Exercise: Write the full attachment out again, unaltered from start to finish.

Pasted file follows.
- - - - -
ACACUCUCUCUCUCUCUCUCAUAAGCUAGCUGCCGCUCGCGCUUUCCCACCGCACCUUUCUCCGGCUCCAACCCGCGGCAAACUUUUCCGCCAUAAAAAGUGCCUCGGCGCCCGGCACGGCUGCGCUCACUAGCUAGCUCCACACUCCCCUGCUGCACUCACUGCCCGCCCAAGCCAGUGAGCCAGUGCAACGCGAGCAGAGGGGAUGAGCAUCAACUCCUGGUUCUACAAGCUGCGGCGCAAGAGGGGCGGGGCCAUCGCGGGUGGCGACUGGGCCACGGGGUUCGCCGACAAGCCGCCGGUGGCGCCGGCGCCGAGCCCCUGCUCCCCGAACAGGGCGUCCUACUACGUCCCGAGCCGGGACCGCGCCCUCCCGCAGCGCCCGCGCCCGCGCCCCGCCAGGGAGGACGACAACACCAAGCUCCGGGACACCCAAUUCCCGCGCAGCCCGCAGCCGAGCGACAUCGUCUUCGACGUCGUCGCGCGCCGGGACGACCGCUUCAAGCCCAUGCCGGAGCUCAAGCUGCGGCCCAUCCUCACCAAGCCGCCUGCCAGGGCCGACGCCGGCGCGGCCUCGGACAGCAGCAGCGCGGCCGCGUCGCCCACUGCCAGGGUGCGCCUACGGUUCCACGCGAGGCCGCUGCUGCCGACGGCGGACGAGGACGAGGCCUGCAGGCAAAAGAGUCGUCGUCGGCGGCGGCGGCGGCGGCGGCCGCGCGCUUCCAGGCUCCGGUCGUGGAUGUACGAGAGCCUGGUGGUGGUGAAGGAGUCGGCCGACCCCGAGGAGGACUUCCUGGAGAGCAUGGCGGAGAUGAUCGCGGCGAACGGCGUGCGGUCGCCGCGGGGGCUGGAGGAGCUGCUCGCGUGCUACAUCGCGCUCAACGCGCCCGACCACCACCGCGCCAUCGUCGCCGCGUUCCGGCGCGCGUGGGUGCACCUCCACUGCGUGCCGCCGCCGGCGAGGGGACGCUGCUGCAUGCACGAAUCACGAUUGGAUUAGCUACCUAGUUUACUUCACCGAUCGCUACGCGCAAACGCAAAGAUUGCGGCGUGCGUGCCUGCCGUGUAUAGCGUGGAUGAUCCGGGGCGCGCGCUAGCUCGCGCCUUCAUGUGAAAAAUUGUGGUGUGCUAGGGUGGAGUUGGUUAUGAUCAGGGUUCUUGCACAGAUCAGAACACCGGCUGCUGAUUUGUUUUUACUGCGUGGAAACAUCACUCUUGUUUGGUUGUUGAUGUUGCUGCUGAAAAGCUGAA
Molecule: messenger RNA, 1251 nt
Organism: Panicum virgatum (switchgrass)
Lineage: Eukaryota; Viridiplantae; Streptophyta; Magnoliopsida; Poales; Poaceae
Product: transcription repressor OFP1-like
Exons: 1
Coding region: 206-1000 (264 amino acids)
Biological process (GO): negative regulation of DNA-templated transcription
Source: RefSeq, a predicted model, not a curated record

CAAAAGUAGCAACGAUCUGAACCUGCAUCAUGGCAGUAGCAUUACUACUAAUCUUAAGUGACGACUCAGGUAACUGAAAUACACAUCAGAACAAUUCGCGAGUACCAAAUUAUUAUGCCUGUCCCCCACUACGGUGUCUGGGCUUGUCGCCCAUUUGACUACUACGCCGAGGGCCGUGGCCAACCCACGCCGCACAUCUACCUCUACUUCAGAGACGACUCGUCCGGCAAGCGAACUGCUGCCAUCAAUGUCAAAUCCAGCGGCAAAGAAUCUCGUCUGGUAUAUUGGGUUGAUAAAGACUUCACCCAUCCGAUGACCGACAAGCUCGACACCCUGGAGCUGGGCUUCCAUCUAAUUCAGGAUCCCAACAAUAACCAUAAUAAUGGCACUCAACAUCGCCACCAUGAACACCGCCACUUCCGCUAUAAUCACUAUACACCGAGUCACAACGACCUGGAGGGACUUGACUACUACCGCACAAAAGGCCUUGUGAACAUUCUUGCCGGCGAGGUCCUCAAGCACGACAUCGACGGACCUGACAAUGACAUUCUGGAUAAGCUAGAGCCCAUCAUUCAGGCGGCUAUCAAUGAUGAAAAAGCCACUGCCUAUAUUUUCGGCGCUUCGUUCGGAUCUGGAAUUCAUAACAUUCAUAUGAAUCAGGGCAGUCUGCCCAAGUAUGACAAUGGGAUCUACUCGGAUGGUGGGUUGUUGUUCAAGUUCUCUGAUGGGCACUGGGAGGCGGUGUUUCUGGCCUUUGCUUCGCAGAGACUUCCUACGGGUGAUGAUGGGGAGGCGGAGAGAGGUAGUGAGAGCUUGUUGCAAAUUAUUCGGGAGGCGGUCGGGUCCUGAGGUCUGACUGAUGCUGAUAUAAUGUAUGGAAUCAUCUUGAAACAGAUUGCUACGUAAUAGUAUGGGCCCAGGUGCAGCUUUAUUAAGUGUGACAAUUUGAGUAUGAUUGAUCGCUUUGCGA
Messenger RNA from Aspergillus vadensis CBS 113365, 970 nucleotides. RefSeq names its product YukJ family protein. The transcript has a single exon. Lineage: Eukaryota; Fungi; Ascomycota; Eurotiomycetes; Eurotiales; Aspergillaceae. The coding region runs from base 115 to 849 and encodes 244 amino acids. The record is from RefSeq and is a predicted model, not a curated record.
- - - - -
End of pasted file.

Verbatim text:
ACACUCUCUCUCUCUCUCUCAUAAGCUAGCUGCCGCUCGCGCUUUCCCACCGCACCUUUCUCCGGCUCCAACCCGCGGCAAACUUUUCCGCCAUAAAAAGUGCCUCGGCGCCCGGCACGGCUGCGCUCACUAGCUAGCUCCACACUCCCCUGCUGCACUCACUGCCCGCCCAAGCCAGUGAGCCAGUGCAACGCGAGCAGAGGGGAUGAGCAUCAACUCCUGGUUCUACAAGCUGCGGCGCAAGAGGGGCGGGGCCAUCGCGGGUGGCGACUGGGCCACGGGGUUCGCCGACAAGCCGCCGGUGGCGCCGGCGCCGAGCCCCUGCUCCCCGAACAGGGCGUCCUACUACGUCCCGAGCCGGGACCGCGCCCUCCCGCAGCGCCCGCGCCCGCGCCCCGCCAGGGAGGACGACAACACCAAGCUCCGGGACACCCAAUUCCCGCGCAGCCCGCAGCCGAGCGACAUCGUCUUCGACGUCGUCGCGCGCCGGGACGACCGCUUCAAGCCCAUGCCGGAGCUCAAGCUGCGGCCCAUCCUCACCAAGCCGCCUGCCAGGGCCGACGCCGGCGCGGCCUCGGACAGCAGCAGCGCGGCCGCGUCGCCCACUGCCAGGGUGCGCCUACGGUUCCACGCGAGGCCGCUGCUGCCGACGGCGGACGAGGACGAGGCCUGCAGGCAAAAGAGUCGUCGUCGGCGGCGGCGGCGGCGGCGGCCGCGCGCUUCCAGGCUCCGGUCGUGGAUGUACGAGAGCCUGGUGGUGGUGAAGGAGUCGGCCGACCCCGAGGAGGACUUCCUGGAGAGCAUGGCGGAGAUGAUCGCGGCGAACGGCGUGCGGUCGCCGCGGGGGCUGGAGGAGCUGCUCGCGUGCUACAUCGCGCUCAACGCGCCCGACCACCACCGCGCCAUCGUCGCCGCGUUCCGGCGCGCGUGGGUGCACCUCCACUGCGUGCCGCCGCCGGCGAGGGGACGCUGCUGCAUGCACGAAUCACGAUUGGAUUAGCUACCUAGUUUACUUCACCGAUCGCUACGCGCAAACGCAAAGAUUGCGGCGUGCGUGCCUGCCGUGUAUAGCGUGGAUGAUCCGGGGCGCGCGCUAGCUCGCGCCUUCAUGUGAAAAAUUGUGGUGUGCUAGGGUGGAGUUGGUUAUGAUCAGGGUUCUUGCACAGAUCAGAACACCGGCUGCUGAUUUGUUUUUACUGCGUGGAAACAUCACUCUUGUUUGGUUGUUGAUGUUGCUGCUGAAAAGCUGAA
Molecule: messenger RNA, 1251 nt
Organism: Panicum virgatum (switchgrass)
Lineage: Eukaryota; Viridiplantae; Streptophyta; Magnoliopsida; Poales; Poaceae
Product: transcription repressor OFP1-like
Exons: 1
Coding region: 206-1000 (264 amino acids)
Biological process (GO): negative regulation of DNA-templated transcription
Source: RefSeq, a predicted model, not a curated record

CAAAAGUAGCAACGAUCUGAACCUGCAUCAUGGCAGUAGCAUUACUACUAAUCUUAAGUGACGACUCAGGUAACUGAAAUACACAUCAGAACAAUUCGCGAGUACCAAAUUAUUAUGCCUGUCCCCCACUACGGUGUCUGGGCUUGUCGCCCAUUUGACUACUACGCCGAGGGCCGUGGCCAACCCACGCCGCACAUCUACCUCUACUUCAGAGACGACUCGUCCGGCAAGCGAACUGCUGCCAUCAAUGUCAAAUCCAGCGGCAAAGAAUCUCGUCUGGUAUAUUGGGUUGAUAAAGACUUCACCCAUCCGAUGACCGACAAGCUCGACACCCUGGAGCUGGGCUUCCAUCUAAUUCAGGAUCCCAACAAUAACCAUAAUAAUGGCACUCAACAUCGCCACCAUGAACACCGCCACUUCCGCUAUAAUCACUAUACACCGAGUCACAACGACCUGGAGGGACUUGACUACUACCGCACAAAAGGCCUUGUGAACAUUCUUGCCGGCGAGGUCCUCAAGCACGACAUCGACGGACCUGACAAUGACAUUCUGGAUAAGCUAGAGCCCAUCAUUCAGGCGGCUAUCAAUGAUGAAAAAGCCACUGCCUAUAUUUUCGGCGCUUCGUUCGGAUCUGGAAUUCAUAACAUUCAUAUGAAUCAGGGCAGUCUGCCCAAGUAUGACAAUGGGAUCUACUCGGAUGGUGGGUUGUUGUUCAAGUUCUCUGAUGGGCACUGGGAGGCGGUGUUUCUGGCCUUUGCUUCGCAGAGACUUCCUACGGGUGAUGAUGGGGAGGCGGAGAGAGGUAGUGAGAGCUUGUUGCAAAUUAUUCGGGAGGCGGUCGGGUCCUGAGGUCUGACUGAUGCUGAUAUAAUGUAUGGAAUCAUCUUGAAACAGAUUGCUACGUAAUAGUAUGGGCCCAGGUGCAGCUUUAUUAAGUGUGACAAUUUGAGUAUGAUUGAUCGCUUUGCGA
Messenger RNA from Aspergillus vadensis CBS 113365, 970 nucleotides. RefSeq names its product YukJ family protein. The transcript has a single exon. Lineage: Eukaryota; Fungi; Ascomycota; Eurotiomycetes; Eurotiales; Aspergillaceae. The coding region runs from base 115 to 849 and encodes 244 amino acids. The record is from RefSeq and is a predicted model, not a curated record.